Firing Outside Riding Instructors

Sometimes things don't work out, and you need to professionally tell an outside instructor he or she is no longer able to use your facility.

When arrangements with outside riding instructors or trainers don’t work out, make sure you handle it professionally when you ask him/her to leave.

Editor’s note: This month, Stable Management is tackling the issue of hiring outside instructors who come to your facility to teach riding lessons. There can be pros and cons to this decision, and we’ll give you tips to help you decide what might be right for your equine business.

Working with outside horse riding instructors is very different than hiring and managing employees. There might come a time when you decide it’s best to terminate a relationship with an outside professional. It might be because the focus of your barn is changing, or it could be that the individual is not a good fit for your stable’s atmosphere.

“I’ve been lucky that I’ve never had to fire anyone or ask anyone to leave,” said Kaitlin Curington, executive assistant to the president at Fasttrack Staffing, Inc., who is also a head trainer and stable manager at a Wellington, Florida, barn. “But there are people I won’t invite back.”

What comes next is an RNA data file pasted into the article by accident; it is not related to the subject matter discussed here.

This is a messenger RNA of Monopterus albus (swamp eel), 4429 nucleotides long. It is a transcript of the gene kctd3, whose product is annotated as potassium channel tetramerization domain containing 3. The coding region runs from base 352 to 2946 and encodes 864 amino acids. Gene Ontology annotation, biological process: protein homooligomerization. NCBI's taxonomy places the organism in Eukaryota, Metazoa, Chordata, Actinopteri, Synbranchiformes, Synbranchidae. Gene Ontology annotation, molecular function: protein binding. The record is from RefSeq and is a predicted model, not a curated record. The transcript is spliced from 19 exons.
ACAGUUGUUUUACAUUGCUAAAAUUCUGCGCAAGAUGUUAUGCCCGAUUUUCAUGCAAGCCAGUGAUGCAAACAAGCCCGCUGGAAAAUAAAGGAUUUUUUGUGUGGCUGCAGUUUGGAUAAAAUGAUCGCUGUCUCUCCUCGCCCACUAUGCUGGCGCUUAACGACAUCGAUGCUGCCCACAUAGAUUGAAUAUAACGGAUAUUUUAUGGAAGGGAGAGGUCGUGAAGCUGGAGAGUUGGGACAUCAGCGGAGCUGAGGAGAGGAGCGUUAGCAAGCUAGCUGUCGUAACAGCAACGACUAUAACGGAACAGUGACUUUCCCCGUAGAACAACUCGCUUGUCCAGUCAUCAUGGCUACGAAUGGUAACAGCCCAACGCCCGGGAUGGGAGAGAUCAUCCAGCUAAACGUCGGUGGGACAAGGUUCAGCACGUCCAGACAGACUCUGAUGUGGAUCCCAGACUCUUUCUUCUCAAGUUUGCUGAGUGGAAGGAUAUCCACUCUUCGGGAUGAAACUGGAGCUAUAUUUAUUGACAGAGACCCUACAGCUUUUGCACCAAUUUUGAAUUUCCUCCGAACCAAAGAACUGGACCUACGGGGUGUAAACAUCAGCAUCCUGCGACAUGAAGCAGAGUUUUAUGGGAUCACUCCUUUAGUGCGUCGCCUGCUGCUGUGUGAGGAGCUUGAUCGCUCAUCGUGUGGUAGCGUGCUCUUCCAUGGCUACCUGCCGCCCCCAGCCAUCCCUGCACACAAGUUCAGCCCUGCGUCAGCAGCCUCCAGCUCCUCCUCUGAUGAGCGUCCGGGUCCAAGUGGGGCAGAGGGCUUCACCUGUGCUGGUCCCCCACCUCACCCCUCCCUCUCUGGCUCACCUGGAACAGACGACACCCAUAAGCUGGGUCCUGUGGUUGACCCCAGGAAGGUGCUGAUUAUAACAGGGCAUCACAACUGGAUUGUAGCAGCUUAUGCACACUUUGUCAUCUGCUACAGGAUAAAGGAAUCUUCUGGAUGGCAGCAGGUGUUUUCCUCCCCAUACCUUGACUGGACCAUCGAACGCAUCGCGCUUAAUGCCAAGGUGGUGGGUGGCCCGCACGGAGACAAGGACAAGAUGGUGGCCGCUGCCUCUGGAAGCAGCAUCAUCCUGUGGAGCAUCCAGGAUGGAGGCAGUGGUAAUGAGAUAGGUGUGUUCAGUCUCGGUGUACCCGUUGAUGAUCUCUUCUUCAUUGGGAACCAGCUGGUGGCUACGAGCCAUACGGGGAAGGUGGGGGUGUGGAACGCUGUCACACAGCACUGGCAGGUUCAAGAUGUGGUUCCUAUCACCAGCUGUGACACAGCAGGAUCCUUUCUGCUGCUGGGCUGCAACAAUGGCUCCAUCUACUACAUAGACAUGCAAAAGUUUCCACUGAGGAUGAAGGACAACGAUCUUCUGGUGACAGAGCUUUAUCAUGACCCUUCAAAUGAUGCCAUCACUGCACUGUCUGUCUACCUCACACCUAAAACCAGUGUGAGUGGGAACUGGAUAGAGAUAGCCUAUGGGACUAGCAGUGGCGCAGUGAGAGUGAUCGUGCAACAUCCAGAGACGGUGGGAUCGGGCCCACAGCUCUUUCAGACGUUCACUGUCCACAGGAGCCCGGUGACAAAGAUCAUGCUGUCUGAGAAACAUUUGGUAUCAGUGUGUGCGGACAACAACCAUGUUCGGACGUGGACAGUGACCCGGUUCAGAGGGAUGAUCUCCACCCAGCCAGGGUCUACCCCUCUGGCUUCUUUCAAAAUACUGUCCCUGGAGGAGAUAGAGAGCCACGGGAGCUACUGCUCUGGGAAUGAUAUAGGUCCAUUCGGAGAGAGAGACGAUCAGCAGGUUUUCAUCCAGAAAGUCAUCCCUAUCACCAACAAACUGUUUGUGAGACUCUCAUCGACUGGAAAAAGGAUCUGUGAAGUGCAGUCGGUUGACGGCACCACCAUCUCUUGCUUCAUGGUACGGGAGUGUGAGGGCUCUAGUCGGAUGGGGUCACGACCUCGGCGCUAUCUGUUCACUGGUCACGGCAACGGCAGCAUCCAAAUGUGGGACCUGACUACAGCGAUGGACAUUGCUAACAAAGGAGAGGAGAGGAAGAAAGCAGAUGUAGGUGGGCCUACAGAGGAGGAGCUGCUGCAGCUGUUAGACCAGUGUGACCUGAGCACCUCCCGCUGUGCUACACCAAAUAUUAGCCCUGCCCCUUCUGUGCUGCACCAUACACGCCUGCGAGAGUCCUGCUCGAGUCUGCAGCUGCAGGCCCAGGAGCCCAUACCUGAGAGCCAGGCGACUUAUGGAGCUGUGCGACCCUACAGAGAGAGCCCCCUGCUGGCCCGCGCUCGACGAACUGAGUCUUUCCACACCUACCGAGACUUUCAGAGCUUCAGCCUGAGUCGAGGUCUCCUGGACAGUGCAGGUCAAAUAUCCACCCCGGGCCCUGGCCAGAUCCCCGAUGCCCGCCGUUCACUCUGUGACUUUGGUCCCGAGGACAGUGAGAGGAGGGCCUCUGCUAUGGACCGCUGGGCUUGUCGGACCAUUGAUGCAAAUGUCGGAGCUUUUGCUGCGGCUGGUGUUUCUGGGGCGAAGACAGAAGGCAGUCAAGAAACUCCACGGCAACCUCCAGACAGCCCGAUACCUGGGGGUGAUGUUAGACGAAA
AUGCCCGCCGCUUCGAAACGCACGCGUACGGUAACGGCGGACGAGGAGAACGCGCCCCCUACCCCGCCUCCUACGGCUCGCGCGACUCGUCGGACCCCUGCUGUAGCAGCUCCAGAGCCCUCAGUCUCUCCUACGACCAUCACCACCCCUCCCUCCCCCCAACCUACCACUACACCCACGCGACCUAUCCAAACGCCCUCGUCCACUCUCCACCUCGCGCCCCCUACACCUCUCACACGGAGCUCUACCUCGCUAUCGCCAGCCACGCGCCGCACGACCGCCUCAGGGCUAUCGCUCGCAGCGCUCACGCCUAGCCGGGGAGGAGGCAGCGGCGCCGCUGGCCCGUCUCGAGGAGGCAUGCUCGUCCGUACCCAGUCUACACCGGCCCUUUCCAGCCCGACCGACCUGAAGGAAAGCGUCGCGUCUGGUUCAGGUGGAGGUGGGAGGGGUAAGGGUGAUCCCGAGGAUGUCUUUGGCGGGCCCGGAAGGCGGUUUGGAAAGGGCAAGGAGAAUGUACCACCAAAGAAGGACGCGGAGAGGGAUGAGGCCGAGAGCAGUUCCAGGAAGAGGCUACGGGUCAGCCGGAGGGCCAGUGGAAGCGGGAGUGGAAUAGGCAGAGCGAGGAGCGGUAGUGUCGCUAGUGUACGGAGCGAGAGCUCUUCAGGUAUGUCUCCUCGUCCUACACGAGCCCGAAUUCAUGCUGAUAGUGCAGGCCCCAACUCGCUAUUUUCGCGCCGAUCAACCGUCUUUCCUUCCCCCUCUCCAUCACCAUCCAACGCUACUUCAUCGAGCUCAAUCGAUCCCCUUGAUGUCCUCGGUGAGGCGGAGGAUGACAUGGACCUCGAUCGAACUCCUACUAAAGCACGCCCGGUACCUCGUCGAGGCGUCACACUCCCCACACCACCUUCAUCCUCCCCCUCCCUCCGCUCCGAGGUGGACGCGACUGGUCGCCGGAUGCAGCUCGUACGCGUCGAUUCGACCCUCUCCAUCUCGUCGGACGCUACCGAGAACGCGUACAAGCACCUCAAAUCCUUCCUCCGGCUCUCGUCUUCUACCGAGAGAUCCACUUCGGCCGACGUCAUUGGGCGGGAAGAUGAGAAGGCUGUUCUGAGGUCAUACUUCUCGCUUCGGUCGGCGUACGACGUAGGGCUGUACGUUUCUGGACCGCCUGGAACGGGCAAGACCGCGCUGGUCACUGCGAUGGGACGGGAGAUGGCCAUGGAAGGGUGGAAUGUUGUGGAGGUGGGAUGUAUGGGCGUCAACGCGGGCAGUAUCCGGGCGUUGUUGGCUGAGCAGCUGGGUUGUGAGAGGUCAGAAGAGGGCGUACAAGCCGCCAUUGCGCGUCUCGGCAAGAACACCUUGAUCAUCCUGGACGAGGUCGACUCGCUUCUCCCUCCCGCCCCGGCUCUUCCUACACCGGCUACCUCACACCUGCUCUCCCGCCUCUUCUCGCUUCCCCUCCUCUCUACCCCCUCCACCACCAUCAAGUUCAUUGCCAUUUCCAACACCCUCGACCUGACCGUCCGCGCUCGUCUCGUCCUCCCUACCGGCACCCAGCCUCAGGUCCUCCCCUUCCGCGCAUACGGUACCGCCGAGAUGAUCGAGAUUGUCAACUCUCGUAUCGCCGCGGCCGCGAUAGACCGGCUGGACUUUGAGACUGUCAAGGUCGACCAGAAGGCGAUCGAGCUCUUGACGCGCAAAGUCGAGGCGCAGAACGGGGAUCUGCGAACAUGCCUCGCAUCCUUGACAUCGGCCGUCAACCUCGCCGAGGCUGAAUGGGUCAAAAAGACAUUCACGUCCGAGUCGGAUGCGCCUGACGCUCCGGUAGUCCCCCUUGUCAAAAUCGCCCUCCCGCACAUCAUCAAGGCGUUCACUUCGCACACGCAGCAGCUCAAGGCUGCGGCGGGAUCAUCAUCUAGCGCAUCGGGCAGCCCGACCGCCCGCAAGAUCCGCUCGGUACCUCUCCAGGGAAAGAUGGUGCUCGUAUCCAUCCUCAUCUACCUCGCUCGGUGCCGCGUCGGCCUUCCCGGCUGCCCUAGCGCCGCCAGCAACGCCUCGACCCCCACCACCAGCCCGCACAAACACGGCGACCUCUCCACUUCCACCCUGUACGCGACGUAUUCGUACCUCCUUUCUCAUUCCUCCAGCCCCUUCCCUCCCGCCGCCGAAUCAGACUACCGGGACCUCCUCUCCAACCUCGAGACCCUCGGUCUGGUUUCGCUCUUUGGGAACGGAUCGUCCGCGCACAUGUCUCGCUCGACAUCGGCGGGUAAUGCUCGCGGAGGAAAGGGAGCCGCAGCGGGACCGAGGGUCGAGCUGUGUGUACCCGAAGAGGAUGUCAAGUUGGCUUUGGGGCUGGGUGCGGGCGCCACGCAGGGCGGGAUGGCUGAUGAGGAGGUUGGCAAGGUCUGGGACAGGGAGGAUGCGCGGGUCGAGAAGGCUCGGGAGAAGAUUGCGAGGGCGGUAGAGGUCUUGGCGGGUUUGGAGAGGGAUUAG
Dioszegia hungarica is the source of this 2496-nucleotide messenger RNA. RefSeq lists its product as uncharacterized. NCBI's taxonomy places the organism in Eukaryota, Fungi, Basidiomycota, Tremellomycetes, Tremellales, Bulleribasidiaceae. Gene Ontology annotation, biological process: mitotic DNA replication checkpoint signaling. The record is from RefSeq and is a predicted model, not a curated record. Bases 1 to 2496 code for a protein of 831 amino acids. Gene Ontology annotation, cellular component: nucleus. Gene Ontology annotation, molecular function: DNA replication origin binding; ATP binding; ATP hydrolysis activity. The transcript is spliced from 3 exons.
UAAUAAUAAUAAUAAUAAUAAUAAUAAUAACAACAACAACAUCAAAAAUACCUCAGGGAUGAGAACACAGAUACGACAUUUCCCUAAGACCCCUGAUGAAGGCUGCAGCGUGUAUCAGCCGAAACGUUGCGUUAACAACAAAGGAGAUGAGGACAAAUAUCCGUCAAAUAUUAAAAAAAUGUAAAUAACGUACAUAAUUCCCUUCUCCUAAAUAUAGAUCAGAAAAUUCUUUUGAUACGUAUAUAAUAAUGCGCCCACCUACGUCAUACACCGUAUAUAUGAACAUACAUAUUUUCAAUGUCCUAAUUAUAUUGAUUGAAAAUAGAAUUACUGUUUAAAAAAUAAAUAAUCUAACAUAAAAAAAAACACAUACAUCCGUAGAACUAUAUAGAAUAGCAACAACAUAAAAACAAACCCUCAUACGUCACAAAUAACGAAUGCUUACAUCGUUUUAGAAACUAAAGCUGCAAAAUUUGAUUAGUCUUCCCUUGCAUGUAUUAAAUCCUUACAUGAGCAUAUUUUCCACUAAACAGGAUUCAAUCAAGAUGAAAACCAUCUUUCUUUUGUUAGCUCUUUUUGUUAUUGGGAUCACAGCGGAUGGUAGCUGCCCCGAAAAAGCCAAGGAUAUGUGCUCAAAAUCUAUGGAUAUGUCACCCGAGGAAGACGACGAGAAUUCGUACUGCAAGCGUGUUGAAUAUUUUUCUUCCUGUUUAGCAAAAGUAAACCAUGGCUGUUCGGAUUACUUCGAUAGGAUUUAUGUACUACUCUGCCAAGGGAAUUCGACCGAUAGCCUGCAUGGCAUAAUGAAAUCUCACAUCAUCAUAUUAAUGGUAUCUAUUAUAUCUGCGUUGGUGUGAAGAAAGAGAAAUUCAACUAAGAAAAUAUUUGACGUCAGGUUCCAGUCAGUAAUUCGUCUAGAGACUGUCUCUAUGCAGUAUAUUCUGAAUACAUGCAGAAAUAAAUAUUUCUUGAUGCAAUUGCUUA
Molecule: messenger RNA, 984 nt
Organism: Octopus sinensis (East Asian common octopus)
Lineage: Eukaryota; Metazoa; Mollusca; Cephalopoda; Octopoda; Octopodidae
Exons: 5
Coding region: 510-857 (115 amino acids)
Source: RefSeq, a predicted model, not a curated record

When the time comes to part ways, it can be difficult to have the conversation. All professionals deserve respect and a candid discussion. However, independent contractors don’t have the same job protections as staff. Employees have distinct protections and specific processes that need to be followed. Stables don’t have the same obligations with independent trainers or instructors.

One way to avoid a confrontation is to begin the relationship with an independent instructor on a trial basis. Depending on how frequently the individual plans to use your facility, choose a timeframe that allows for an adequate adjustment period, perhaps 30 days. Assess at the end of the trial whether the agreement has been mutually beneficial.

Another alternative is to ask the outside instructor to sign an agreement that includes an exit clause for the stable. In it include how much time the individual has the at the facility once you’ve decided to end the relationship. One week, two weeks or a month might be sufficient. In situations that put a person or horse in danger, the instructor might not deserve or get any additional time at your facility.

Remember that ending a relationship is as much about preserving your reputation as it about the outsider. Keep it as congenial as possible. If you worry about legal repercussions, talk to your attorney and come up with a plan of action.






"*" indicates required fields

The latest from Stable Management, the #1 resource for horse farm and stable owners, managers and riding instructors, delivered straight to your inbox.

Additional Offers

Additional Offers
This field is for validation purposes and should be left unchanged.